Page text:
What does the new Immigration Minister really think? (And does it even matter?)

What will happen next…that is the question!

Last week I had the pleasure of hosting the National Conference of the Migration Institute of Australia (MIA), in Sydney*.

Given that visas can only be issued by the Government, having an understanding (as much as possible) of the political and regulatory environment is important for a Registered Migration Agent.  Being informed can benefit clients, when it comes to giving advice and suggesting a visa strategy in an uncertain world.

At the Conference, we heard from the migration representatives of all three major Australian political parties – namely, The Hon. David Coleman MP,  Minister for Immigration, Citizenship and Multicultural Affairs;  Shayne Neumann MP, Shadow Minister for Immigration, and Senator Richard Di Natale, the Leader of the Australian Greens Party.     All three put forward their party views about immigration and population – two subjects which have been highly topical in Australia’s parliament and the media, in the last 18 months.

Of the three political parties, only one holds power and that’s the Government of the day.  The Minister made some key points about the government’s views on the future of migration.      You can click here to read the full speech by the Minister, but I’ve summarised his key points below.

  • Highly skilled migrants generate the best economic contribution for Australia.
  • Not all elements of the Skilled Migration Program are equal, and the best results come from employer sponsored applicants.
  • Age is an important determinant in the economic impact of migrants…and policies should reflect that fact.
  • English is critical to making a strong economic contribution.
  • There are economic gaps in regional areas which immigration can help to fill.   The Government is closely examining options to increase the flow of economic migrants to regional areas.

There’s nothing really in this that we don’t already know.   In the last year, recent changes to migration legislation and policy, have taken many of these into account.   For example:

  • The occupation lists have been significantly cut down and refined;
  • Age for permanent skilled migration has  been reduced to 45;
  • English requirements have increased in some cases – for example, the 482 visa has different English requirements for short and long term occupation list applicants.

Of course there’s always the possibility that the Government might want to get even tougher on age and English; but I suspect they would want to allow some time for the recent changes to consolidate first.

What we haven’t yet seen, is any real concession on employer sponsored migration.  Indeed, in the last 18 months, we’ve observed a noticeable tightening of employer sponsored visas across 457, 482, 187 and 186.     We’re told by the Department of Home Affairs that this is to eliminate fraudulent cases,  but there has not been any real published evidence to show the nature and extent of the alleged fraud.  His comments do not reflect our recent experiences.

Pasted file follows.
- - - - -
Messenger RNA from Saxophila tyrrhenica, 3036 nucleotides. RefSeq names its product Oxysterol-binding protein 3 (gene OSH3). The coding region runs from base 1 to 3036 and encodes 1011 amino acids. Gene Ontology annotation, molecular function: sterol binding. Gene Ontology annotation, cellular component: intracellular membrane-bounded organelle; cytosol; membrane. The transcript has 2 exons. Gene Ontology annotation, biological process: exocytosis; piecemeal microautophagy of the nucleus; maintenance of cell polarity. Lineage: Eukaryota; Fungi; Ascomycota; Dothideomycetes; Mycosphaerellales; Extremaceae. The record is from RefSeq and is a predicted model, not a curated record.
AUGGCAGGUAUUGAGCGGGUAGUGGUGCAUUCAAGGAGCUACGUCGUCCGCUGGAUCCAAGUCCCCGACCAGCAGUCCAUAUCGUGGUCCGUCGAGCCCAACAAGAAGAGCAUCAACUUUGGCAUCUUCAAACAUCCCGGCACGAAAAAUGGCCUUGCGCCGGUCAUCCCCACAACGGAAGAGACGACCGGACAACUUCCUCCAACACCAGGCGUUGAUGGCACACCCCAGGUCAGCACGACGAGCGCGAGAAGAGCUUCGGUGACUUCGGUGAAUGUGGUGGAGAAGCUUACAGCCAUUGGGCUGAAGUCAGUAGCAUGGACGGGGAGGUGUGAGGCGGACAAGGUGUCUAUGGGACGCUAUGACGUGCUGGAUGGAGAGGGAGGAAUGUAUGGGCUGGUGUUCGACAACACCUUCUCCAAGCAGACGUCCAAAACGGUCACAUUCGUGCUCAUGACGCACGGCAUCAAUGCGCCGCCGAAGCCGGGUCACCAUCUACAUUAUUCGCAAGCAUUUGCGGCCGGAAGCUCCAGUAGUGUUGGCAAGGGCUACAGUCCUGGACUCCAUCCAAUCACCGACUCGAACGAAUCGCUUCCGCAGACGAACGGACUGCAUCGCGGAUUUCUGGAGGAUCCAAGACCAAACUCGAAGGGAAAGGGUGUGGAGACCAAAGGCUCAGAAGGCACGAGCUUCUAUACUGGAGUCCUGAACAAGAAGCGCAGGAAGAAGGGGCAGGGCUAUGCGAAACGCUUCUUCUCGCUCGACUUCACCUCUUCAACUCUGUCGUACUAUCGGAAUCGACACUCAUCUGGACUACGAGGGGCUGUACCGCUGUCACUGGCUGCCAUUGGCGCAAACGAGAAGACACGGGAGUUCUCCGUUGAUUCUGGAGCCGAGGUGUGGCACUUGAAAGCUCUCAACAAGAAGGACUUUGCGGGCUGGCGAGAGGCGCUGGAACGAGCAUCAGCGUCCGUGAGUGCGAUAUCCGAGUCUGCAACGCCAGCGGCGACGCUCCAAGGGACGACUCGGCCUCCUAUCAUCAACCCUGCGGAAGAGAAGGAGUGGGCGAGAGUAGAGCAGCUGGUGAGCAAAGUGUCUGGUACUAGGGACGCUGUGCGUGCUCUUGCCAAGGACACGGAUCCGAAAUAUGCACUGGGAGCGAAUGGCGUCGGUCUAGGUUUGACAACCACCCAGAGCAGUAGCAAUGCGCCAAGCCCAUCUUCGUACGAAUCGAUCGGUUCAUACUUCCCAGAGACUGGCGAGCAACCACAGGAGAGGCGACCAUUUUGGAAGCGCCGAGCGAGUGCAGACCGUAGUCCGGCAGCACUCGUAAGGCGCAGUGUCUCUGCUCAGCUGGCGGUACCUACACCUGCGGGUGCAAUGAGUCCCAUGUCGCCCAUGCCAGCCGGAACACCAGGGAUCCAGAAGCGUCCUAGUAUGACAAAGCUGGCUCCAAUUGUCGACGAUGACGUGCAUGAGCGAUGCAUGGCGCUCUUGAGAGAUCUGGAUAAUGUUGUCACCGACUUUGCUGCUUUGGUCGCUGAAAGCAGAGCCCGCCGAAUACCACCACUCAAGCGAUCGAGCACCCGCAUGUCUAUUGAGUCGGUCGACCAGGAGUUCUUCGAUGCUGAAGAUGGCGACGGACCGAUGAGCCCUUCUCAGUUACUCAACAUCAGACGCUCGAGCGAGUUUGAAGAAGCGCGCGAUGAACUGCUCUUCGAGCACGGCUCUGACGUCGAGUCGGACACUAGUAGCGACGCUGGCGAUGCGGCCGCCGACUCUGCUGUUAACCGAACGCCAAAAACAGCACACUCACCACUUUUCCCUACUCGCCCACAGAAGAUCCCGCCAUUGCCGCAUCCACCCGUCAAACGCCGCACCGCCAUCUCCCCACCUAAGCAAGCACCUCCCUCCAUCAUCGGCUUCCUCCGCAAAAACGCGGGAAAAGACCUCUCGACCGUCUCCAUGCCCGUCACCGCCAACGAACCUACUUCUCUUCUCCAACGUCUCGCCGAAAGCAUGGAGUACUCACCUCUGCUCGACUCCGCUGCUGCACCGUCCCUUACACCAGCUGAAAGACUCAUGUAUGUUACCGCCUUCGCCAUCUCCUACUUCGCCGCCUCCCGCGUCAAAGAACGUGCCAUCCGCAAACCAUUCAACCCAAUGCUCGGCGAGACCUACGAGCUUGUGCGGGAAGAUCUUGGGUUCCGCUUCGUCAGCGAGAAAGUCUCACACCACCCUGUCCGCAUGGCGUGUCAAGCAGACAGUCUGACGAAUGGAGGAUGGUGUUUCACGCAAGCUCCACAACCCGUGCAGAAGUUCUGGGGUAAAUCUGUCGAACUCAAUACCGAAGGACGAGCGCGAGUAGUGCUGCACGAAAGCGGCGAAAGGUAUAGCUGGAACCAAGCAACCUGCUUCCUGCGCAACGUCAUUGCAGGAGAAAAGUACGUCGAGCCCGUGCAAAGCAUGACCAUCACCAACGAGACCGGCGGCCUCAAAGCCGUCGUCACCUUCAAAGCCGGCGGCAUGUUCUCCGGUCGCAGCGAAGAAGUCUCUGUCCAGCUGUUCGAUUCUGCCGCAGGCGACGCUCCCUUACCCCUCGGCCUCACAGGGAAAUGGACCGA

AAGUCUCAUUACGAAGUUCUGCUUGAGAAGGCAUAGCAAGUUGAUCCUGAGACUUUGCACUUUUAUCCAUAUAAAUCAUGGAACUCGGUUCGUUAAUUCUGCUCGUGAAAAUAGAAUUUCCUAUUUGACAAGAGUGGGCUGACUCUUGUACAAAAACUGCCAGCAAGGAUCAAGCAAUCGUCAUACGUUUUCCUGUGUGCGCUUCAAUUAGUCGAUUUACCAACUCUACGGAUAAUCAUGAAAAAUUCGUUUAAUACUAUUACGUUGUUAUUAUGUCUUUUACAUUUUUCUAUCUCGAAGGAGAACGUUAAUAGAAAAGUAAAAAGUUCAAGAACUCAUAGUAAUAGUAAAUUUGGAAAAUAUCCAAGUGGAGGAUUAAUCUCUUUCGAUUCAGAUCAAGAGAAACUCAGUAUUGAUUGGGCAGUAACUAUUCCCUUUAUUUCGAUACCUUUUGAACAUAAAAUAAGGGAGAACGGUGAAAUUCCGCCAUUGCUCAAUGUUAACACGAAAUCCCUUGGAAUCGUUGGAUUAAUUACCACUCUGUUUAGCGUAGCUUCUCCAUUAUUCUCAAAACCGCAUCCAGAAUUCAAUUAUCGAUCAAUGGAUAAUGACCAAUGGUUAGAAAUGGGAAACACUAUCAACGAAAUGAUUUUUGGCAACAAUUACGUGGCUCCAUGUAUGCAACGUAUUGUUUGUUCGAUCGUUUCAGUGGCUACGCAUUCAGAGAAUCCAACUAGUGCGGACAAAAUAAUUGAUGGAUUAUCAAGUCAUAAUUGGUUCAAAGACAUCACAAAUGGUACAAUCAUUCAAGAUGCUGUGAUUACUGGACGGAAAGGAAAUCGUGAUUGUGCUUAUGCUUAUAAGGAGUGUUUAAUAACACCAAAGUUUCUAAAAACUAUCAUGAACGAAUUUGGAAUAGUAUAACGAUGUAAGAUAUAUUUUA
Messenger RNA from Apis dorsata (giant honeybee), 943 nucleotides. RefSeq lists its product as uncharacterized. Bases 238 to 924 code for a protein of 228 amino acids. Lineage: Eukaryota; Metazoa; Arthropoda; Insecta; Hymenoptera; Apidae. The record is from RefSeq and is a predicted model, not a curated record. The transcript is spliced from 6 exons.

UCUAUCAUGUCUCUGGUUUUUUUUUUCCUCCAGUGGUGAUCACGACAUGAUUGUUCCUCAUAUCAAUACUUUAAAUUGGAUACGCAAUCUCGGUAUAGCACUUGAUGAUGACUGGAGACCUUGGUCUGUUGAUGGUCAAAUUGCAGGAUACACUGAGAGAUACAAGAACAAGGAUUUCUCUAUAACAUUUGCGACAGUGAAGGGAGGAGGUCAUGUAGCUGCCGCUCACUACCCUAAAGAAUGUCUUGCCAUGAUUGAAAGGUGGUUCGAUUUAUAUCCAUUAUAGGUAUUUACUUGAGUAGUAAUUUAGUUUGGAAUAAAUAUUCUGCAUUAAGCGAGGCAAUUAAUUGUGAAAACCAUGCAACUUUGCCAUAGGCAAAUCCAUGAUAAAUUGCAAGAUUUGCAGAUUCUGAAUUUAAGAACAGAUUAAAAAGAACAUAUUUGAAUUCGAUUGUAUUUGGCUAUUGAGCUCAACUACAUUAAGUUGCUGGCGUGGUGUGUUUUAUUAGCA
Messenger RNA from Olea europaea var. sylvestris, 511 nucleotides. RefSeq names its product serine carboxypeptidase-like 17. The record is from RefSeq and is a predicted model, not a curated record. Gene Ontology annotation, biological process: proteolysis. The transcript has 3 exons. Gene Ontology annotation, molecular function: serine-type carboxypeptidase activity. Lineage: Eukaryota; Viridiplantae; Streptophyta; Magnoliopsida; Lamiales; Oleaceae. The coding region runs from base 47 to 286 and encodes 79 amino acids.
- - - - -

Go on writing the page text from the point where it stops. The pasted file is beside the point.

Further, although we have the 489 Skilled visas – which provide an extra 10 points for skills in demand in a particular State, there is much that could be done to refine this visa, to encourage people to spend more time in a regional area, if that’s the aim.    A 489 is a visa which pre-qualifies an applicant for a permanent residency visa, if all conditions are met.   Right now, a condition of permanent residency is 2 years of living and 1 year of working in a regional area, while holding a 489.  It would be fairly simple to change the legislation of the permanent visa, to require a longer period of living and working in the regional area, before being eligible.   Undoubtedly it raises all sorts of questions as to whether this is a good thing to do – but nevertheless it’s possible.

The Minister also mentioned new DAMA’s as a way of tailoring migration to help regional areas.  A DAMA is a Designated Area Migration Agreement, a customised migration plan for a geographical area which allows some concessions and tailoring of the migration options available.   For example – certain skilled occupations might be more relevant to some areas than others.   There is currently only one DAMA in existence, and this is in the Northern Territory.  The Minister is considering DAMA’s for central New South Wales, Far North Queensland, and regional Victoria.

When will this happen?

Yesterday, a by-election in Sydney saw the Government lose another seat, meaning the Government no longer holds a majority of seats in the House of Representatives.   This will now make it very difficult for the Government to pass any legislation which does not have the support of independents, between now and the next federal election, which must happen before May 2019.

Given the uncertainty about what will happen when an election is called, there is a chance the current Government will not be able to introduce any of their proposed changes.    Unless the changes have bipartesan support, everything is in jeopardy right now.


  • Leanne Stevens, Director of Emergico Migration,  is currently the National Vice President of the Migration Institute of Australia, and was Acting National President between June – October 2018. The MIA is the apolitical peak professional body for Registered Migration Agents in Australia. www.mia.org.au 

Leanne Stevens

CEO, Emergico // Registered Migration Agent (#1171279)